I went to the Red Rooster for brunch right when it opened, years ago, and it was still finding its footing. But this visit was really wonderful, especially since I recently read Marcus Samuelsson's memoir Yes, Chef (another great chef book, highly recommend) which put the restaurant in context for me. Plus, the food this time really hit it out of the park:

It was really great to spend some time in Harlem. We walked through Columbia's campus (which, for me, will be forever associated with Barbra Streisand's The Mirror Has Two Faces) and got drinks at a pop-up bar in Riverside Park. It was a great day.

That night, Craig and I saw Moulin Rouge on Broadway which cost a fortune, but there were two understudies and I found the whole thing a little underwhelming. Save your money and see Hadestown instead. (I think it's important to support original, new work anyway.)

(Oh, before the show that night we grabbed dinner at the new Momofuku in the Time Warner Center, which is a great tip if you're looking for good pre-theater food.)

The next day, we met our friend Isaac Oliver for brunch at Maialino in the Gramercy Park Hotel.

Going there was an odd experience. There were three people working the maitre'd stand and yet, somehow, despite having a reservation, it took them forever to seat us. There was an empty table right in front of us so at some point I said: "Can't we just sit there?" and the hostess shrugged and said: "Sure."

The food, though, was pretty good. And it was nice to have a brunch reservation.

We had fun afterwards going to Fish's Eddy (one of my favorite stores in the city) and picking out new dinner napkins.

That night, Craig and I had dinner at WildAir, which came highly recommended.

Craig didn't love the atmosphere (it's sort of an industrial-feeling wine bar with elevated seats and communal tables) but the food was undeniably great. The highlight being this pork Milanese:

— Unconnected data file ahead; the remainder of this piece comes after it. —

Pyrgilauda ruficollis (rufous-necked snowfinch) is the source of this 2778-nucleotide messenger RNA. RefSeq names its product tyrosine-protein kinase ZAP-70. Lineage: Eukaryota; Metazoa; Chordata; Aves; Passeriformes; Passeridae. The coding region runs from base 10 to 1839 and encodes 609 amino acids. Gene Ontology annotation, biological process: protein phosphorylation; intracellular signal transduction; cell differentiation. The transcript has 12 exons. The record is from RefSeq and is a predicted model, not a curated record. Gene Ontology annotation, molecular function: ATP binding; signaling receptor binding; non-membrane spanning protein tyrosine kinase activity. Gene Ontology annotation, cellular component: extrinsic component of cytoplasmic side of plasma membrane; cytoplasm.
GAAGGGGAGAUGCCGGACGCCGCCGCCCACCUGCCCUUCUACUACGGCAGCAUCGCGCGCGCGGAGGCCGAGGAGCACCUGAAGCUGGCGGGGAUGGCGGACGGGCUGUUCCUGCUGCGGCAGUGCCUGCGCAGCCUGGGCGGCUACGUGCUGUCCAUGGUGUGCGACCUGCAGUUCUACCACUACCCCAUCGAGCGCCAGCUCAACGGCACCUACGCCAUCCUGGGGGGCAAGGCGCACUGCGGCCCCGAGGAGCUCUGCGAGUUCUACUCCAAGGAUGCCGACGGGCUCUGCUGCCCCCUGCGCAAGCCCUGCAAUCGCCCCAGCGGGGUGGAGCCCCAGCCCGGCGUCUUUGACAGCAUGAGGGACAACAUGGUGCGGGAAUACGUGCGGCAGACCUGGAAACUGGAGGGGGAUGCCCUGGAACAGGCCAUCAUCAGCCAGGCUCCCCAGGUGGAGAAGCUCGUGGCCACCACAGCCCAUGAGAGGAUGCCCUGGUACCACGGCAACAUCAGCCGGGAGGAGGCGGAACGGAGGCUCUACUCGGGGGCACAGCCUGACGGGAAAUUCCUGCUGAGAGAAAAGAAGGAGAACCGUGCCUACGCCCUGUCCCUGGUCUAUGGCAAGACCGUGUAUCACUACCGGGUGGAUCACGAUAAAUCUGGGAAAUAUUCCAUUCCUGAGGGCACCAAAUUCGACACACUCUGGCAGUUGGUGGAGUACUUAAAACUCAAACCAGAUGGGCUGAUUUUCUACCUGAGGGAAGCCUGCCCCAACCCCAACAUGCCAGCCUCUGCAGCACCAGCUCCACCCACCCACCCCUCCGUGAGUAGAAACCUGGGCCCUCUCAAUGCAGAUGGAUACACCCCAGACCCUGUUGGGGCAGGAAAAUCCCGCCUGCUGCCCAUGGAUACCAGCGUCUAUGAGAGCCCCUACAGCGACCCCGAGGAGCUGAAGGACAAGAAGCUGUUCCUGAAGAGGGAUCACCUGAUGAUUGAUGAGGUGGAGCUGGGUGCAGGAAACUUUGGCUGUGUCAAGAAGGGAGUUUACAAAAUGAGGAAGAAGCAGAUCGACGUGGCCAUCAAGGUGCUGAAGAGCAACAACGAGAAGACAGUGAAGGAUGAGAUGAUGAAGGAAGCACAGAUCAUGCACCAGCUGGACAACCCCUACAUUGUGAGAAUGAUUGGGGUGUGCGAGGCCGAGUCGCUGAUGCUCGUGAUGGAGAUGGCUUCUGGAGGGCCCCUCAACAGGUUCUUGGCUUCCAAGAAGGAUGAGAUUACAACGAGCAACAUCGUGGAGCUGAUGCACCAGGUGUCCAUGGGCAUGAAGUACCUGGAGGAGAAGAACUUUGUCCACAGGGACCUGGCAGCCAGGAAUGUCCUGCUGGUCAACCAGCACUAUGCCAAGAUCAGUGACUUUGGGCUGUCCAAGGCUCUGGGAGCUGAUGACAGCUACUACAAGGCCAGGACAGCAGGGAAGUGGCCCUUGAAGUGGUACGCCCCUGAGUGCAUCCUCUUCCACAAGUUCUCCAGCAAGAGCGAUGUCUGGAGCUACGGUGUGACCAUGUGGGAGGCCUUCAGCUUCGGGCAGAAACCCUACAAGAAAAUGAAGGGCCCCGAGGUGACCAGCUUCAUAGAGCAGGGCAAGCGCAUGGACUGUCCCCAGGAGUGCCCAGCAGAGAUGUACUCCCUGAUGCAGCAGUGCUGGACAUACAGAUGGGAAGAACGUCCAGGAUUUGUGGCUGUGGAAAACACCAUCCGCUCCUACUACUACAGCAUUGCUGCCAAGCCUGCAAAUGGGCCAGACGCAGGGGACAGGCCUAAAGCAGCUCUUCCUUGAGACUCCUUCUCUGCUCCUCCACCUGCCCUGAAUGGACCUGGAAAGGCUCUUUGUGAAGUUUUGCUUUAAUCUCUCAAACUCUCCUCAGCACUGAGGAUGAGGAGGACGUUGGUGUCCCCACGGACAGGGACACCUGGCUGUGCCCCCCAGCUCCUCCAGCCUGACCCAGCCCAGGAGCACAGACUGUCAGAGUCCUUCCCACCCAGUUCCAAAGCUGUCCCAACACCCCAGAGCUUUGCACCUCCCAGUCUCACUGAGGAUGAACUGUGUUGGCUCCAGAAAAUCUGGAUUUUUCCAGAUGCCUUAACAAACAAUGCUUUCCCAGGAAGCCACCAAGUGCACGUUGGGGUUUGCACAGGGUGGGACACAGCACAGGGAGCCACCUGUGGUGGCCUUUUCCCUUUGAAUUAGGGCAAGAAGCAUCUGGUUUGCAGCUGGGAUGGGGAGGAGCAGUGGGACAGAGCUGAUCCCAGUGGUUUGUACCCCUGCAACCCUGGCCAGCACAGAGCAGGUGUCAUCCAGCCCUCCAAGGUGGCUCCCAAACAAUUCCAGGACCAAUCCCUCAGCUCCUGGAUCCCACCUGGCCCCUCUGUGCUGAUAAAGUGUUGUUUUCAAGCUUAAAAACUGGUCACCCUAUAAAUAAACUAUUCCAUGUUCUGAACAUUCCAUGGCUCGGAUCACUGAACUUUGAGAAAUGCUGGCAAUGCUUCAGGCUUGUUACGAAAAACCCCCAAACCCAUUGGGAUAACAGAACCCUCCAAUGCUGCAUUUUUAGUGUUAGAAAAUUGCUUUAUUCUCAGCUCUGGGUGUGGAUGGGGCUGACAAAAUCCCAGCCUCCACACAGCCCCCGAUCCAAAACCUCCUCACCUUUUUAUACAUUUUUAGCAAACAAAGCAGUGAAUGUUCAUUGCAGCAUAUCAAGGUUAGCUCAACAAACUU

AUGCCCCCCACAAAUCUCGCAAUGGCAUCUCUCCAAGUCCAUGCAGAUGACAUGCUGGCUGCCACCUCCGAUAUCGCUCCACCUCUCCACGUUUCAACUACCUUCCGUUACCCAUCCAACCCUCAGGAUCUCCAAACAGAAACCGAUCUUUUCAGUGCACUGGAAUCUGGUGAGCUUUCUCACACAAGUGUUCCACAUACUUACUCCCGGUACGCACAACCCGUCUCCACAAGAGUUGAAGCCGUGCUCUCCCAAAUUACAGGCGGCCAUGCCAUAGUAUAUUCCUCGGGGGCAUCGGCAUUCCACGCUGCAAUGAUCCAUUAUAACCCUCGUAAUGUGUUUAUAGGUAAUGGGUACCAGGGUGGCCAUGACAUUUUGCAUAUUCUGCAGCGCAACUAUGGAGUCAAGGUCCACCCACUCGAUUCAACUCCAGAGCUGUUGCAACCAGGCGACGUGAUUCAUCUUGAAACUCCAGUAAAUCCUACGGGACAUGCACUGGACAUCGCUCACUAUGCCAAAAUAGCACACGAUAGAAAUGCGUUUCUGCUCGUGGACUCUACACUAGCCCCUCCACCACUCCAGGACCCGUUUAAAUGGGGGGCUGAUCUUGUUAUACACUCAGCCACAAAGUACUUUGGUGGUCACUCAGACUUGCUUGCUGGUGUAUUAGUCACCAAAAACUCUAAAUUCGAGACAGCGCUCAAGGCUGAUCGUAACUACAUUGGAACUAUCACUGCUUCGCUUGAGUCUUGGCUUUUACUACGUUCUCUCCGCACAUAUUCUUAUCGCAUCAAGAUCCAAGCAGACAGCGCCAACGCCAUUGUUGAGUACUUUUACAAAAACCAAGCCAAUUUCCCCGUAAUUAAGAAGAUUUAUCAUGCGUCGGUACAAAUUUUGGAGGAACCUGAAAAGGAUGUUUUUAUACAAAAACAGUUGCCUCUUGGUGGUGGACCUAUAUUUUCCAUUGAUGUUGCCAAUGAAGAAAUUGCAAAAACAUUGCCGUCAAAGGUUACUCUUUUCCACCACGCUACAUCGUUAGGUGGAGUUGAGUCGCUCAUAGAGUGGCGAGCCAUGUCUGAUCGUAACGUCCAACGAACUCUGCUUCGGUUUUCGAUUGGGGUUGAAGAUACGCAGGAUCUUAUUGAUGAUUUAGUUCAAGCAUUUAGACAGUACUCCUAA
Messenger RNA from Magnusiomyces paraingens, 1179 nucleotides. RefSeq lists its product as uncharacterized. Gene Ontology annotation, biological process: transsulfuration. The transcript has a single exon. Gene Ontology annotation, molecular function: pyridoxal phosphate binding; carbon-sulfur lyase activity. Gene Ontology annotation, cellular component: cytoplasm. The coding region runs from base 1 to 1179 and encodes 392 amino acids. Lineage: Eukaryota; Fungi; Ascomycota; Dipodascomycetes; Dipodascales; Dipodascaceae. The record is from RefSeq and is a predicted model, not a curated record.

The next day, I recorded more podcasts -- FOUR IN ALL -- and that night, we had our last dinner together at one of my favorite New York restaurants, The Gramercy Tavern.

Whenever people ask me where to eat in New York, I always mention it because it feels SOOO New York to me. It kind of feels like you're in a farmhouse upstate and with the decor and the flowers and all of the local ingredients, it really does feel like a celebration of what makes New York great.

And as if to prove my point, that night one of my favorite chefs -- who definitely makes New York great -- Marco Canora was doing an event and came over to say hello:

If you don't follow Marco on Instagram, you really should: his food is amazing and so is his Brodo.

As for our meal, there were many highlights. This raw fish in raw pepper sauce (it had a fancier name) was so surprising and had a dramatic presentation:

And of course I loved the pasta with clams and sausage and fresh tomatoes:

All-in-all it was a dreamy few days in New York City, especially being with my husssbannnd (cue the AWWWW):

Now go listen to my podcast and write a review!!! I made this newsletter nice for you!!!